Some parts of a mountain are so inaccessible they are impossible to reach without a helicopter. Instead of realizing they should stay away they decided it would be a great idea to drop people out of helicopters with their skis attached to their feet. Sometimes people don’t even make it out of the helicopter because it crashes before it reaches the drop-off zone.

Big Wave Surfing

If you have any fear of the water you can turn into a shaking mess just watching someone surf a big wave on video. I wonder what these guys actually feel like knowing the most powerful force in the world is right behind them. One slip and there is no escape from death. Surfing is cool, but taking on 50ft waves is a completely different kettle of fish.

Cheerleading

When you go to a ball game I bet you don’t expect the extreme stuff to be on the side of the pitch. Cheerleading is the sport with the leading cause of injuries for women with up to 20,000 injuries per year. Some of these include seriously nasty stuff like broken bones and spinal injuries. It’s a bit like extreme gymnastics without serious gymnastic training. What could possibly go wrong?

Bull Riding

Can you think of any possible reason why you would ever ride a bull? If you ever have the pleasure of seeing one close up you know how powerful and dangerous they look. Jumping on their back as they’re going crazy sounds a bit insane. But still, it you don’t mind being flung 10ft in the air and smashing into the ground or being trampled by a 1800 pound beast, go ahead.

Motorcycle Racing

Motorcycling is the daddy of dangerous sports. Mostly because you are racing around at hundreds of miles per hour and one slip will cause sudden death. Even the Isle of Man TT race, which has being going strong for over a hundred years, has had 220 deaths in its history. It takes a lot of guts to step onto a two-wheeled machine when there is nothing to protect you.

BASE jumping

There is a reason why this used to be thought of as attempted suicide. Not happy with jumping out of airplanes people decided to crank it up until the dial couldn’t go any higher. They now jump off buildings and mountains with mere seconds to open their chute before they splat into the ground at a hundred miles per hour. There are still around 15 people killed each year.

Cave Diving

Scuba diving is a pretty dangerous sport. Anything that involves diving underwater and relying on equipment to provide you with oxygen would be. But now you have to explore uncharted waters which are freezing cold. Sometimes the visibility is so low you can’t even see in front of you. They now call a successful cave dive one in which you reach the surface at the end.

Marcus Jhonson is a renowned blogger and a great fan of hockey. He suggests to take your dryland hockey training at hockeyot.com.

5 of the Craziest Bicycle Single Tracks Ever Attempted

So, you consider yourself an extreme cyclist? All over the world there are individuals who feel the same way, no matter what country you are in, the common thread between these cyclists is that they are always seeking that next great thrill.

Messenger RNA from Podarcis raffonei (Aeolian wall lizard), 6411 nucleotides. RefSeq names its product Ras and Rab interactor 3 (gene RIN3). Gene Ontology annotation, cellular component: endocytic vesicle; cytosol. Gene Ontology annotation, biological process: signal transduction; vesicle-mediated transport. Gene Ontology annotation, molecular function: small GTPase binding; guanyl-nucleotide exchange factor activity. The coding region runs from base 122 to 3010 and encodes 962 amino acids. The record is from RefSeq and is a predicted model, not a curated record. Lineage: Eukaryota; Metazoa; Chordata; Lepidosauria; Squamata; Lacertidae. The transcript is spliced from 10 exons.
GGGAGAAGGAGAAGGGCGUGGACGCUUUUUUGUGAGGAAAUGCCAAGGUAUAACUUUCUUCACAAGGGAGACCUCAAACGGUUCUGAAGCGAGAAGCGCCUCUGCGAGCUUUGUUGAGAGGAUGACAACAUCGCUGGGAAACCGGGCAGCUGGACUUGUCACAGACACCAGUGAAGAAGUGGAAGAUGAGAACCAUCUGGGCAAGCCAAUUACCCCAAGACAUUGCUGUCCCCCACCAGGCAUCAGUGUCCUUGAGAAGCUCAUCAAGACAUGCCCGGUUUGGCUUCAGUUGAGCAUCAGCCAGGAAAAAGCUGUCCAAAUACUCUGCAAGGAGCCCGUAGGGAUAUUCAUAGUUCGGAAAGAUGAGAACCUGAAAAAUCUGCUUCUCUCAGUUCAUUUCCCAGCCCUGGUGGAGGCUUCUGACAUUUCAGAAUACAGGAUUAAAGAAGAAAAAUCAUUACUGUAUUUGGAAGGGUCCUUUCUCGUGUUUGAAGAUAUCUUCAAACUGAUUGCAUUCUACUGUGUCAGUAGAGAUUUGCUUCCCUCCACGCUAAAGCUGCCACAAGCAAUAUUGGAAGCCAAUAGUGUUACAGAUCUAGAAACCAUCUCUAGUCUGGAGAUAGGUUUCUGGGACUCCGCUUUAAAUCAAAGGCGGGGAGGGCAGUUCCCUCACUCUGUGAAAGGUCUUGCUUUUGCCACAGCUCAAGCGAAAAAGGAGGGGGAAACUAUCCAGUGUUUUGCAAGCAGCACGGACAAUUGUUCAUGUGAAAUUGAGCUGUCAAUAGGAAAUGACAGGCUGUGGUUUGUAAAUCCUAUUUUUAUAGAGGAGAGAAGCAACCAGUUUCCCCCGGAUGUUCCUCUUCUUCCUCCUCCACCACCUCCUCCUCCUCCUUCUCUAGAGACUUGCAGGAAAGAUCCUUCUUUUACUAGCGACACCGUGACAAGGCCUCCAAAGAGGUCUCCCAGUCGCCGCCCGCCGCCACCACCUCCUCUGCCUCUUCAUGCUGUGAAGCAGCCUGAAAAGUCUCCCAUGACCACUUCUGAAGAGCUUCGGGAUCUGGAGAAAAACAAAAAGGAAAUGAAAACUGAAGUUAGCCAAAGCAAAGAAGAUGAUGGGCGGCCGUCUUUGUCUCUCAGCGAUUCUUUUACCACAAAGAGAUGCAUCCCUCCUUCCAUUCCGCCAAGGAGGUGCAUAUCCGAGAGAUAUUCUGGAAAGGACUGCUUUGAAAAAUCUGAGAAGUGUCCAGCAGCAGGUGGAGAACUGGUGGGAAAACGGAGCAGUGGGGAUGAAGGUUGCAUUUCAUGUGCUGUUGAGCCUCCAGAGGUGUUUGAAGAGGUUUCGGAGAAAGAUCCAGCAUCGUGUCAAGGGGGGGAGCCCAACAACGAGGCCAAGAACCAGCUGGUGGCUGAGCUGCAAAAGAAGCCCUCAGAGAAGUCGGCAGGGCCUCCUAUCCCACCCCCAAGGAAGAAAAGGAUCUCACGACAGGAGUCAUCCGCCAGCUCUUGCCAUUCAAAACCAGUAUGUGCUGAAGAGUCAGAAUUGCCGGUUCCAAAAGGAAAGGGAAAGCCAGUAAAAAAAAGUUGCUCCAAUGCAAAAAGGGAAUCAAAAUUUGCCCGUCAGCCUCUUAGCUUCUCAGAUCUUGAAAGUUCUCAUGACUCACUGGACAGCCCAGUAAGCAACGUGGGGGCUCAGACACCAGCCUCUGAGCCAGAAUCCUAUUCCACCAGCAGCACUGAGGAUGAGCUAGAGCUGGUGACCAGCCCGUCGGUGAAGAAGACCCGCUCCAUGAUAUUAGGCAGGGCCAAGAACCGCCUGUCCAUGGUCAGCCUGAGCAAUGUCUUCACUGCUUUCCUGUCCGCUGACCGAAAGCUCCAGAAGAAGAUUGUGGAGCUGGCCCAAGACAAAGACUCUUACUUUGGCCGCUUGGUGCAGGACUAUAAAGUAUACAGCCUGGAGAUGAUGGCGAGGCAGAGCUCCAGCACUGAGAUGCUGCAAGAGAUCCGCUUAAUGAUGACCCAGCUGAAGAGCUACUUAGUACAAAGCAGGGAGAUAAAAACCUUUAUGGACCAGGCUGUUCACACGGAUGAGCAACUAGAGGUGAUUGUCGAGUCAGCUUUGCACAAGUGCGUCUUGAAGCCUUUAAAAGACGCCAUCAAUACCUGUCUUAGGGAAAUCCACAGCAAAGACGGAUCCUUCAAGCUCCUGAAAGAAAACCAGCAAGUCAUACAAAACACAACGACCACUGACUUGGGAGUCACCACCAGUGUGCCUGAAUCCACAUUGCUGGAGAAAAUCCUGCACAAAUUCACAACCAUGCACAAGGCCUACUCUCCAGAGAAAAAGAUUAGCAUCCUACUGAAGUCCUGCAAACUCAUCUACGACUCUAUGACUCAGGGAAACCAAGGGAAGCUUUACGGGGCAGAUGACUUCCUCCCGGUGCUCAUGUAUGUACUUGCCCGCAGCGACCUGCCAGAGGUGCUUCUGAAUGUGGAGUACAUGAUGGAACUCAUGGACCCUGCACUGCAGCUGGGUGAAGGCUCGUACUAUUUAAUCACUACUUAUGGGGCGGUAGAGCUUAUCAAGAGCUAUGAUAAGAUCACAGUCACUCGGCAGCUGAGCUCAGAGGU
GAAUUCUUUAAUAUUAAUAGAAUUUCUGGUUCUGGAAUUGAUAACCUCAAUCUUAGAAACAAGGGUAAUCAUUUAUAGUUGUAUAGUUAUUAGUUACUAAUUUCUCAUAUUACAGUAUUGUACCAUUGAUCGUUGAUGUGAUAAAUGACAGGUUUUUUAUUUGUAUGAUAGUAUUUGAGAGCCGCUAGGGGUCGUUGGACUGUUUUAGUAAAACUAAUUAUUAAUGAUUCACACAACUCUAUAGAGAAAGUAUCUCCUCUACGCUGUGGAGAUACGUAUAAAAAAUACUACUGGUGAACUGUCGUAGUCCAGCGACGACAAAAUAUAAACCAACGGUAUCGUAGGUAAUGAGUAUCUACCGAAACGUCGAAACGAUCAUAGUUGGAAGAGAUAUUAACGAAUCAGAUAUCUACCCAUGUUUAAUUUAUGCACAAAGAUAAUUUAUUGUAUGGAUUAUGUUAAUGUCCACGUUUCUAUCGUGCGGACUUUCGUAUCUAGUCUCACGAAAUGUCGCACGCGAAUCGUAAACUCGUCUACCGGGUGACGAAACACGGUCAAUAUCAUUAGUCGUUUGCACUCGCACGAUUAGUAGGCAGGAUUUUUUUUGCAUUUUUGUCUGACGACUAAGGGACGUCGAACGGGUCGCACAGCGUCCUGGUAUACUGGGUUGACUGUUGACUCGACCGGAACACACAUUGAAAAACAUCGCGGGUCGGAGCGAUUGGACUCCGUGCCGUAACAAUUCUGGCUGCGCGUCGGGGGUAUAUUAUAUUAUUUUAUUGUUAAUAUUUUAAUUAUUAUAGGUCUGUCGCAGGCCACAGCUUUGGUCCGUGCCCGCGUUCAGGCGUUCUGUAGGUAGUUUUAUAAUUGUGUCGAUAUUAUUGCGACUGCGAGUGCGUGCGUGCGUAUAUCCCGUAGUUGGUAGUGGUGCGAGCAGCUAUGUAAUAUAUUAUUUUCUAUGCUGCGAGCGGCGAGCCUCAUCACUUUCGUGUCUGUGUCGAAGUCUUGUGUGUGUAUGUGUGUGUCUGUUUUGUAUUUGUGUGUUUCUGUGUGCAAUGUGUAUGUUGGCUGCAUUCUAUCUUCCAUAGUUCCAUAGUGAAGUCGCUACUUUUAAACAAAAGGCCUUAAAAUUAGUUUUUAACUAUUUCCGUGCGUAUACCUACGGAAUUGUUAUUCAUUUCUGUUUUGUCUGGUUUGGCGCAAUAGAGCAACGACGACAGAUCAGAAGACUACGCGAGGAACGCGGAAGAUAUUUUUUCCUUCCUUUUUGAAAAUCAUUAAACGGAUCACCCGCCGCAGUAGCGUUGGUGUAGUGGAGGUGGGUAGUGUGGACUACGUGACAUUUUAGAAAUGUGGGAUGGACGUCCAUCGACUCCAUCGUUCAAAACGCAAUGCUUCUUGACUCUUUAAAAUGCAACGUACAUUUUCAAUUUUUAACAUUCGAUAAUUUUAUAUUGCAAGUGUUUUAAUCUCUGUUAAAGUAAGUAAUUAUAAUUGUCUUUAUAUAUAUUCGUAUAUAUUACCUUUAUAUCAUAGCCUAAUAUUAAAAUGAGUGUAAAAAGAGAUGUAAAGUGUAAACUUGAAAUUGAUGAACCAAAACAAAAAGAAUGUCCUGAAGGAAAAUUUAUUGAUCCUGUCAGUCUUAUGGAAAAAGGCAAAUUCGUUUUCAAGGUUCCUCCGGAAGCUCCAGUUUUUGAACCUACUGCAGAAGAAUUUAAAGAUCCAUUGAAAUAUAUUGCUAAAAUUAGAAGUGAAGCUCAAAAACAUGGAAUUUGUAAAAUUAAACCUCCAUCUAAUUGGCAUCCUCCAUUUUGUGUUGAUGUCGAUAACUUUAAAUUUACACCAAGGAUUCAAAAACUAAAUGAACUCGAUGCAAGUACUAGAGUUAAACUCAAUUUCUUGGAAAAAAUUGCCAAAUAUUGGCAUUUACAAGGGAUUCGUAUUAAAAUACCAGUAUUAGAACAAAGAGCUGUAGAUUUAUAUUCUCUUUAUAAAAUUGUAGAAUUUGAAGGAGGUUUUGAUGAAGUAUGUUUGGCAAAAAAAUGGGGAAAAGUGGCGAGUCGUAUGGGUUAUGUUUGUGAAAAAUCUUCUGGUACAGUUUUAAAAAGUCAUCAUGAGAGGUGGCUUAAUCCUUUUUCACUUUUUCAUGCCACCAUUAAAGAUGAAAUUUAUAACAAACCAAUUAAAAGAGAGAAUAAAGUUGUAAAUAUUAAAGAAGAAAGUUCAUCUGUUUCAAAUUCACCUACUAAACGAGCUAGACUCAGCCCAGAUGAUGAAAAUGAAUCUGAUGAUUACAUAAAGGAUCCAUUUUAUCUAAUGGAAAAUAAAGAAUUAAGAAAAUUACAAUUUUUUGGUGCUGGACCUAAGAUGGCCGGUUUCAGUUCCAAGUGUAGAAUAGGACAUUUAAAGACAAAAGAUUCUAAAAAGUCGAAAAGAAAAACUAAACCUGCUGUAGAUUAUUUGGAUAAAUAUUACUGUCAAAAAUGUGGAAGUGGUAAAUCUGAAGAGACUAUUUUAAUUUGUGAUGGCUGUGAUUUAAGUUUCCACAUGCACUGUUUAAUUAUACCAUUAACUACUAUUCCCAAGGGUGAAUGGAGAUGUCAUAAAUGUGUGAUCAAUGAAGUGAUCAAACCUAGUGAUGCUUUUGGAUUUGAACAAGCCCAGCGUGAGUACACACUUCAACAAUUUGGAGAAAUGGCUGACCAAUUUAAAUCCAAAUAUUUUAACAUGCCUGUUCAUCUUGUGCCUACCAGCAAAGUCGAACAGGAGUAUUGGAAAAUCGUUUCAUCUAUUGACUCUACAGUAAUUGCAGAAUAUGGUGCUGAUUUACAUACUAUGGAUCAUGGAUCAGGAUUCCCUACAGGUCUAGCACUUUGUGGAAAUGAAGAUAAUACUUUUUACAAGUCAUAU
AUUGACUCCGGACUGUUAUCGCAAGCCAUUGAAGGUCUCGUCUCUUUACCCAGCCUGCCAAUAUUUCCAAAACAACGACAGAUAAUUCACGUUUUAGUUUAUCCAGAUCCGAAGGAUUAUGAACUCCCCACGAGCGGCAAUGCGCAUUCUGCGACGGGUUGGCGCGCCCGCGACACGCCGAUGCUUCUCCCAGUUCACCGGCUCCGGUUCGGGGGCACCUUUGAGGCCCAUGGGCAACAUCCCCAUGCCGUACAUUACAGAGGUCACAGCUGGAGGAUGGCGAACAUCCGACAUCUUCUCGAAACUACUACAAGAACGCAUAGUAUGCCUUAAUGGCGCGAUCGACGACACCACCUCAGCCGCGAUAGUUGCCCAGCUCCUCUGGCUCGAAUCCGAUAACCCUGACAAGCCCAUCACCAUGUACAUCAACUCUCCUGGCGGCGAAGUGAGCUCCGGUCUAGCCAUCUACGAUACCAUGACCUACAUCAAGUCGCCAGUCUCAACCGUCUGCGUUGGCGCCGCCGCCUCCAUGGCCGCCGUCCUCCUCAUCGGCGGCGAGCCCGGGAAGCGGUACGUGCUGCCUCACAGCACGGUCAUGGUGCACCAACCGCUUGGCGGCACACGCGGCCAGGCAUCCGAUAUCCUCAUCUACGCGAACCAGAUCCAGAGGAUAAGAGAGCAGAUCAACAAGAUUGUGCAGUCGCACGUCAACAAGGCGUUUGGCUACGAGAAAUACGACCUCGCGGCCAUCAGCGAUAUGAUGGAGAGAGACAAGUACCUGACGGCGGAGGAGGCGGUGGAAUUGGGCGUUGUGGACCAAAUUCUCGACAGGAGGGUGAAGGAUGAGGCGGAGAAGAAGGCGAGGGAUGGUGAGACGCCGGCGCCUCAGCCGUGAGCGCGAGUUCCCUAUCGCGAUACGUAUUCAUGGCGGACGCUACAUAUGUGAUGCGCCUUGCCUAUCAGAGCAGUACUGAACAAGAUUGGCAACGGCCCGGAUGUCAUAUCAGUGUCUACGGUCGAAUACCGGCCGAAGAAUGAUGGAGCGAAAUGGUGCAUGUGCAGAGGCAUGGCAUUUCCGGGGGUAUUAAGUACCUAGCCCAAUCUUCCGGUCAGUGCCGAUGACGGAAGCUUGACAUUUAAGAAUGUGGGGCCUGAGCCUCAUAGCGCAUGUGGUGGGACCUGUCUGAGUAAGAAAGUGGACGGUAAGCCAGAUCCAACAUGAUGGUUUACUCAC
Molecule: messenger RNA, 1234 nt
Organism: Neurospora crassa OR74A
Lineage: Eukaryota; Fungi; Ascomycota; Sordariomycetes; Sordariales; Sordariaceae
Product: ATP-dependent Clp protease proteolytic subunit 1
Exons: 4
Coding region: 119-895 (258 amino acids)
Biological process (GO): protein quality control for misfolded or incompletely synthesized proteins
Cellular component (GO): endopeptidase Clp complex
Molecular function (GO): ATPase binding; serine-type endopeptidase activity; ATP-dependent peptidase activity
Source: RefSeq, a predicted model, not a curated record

Cycling is an amazing sport because it presents the rider with the unique opportunity to combine a top notch workout with the freedom of experiencing the great outdoors, and all of its many challenges, with great speed. There are trails all over the planet that have been created by determined individuals, with high endurance and a lack of fear, and for those willing to take a few risks and explore this amazing world, there are endless possibilities for adventure.

Here we take a look at 5 of the most dangerous and risky one tracks in the world. Use caution and great consideration of the consequences when picking your next adventure. These are risky trails for even the most experienced riders.

Cliffs of Moher- Emerald Isle

The Cliffs of Moher, located on Emerald Isle are home to one of the single most dangerous and deadly single track on the entire planet. The trail is at points four inches wide and is quite literally on the side of the cliffs. At many points, there is nothing except your precision standing between you and a 600+ drop onto jagged rocks and into the ocean. Because of its elevation and location on the water, this ride is generally accompanied by misty and windy conditions adding to its difficulty. There are also points during the ride where there is a need to jump gaps in the track, this is a feat that would make even the most experienced rider nervous.

The Worlds Most Dangerous Road

“The World’s Most Dangerous Road” is how this world famous road is known throughout the world; the locals in Peru know it as “the Death Road.” This particular ride takes you down from an elevation of 15,400 feet, over mountains and through jungles, past llamas and a drug checkpoint and down to 3,600 where you are greeted by a nice pasta buffet lunch. The ride is grueling and though it is down hill, a good portion of the middle of the ride takes place in the world famous death road where many people have died and the smallest slip up or miss calculation could cost you your life.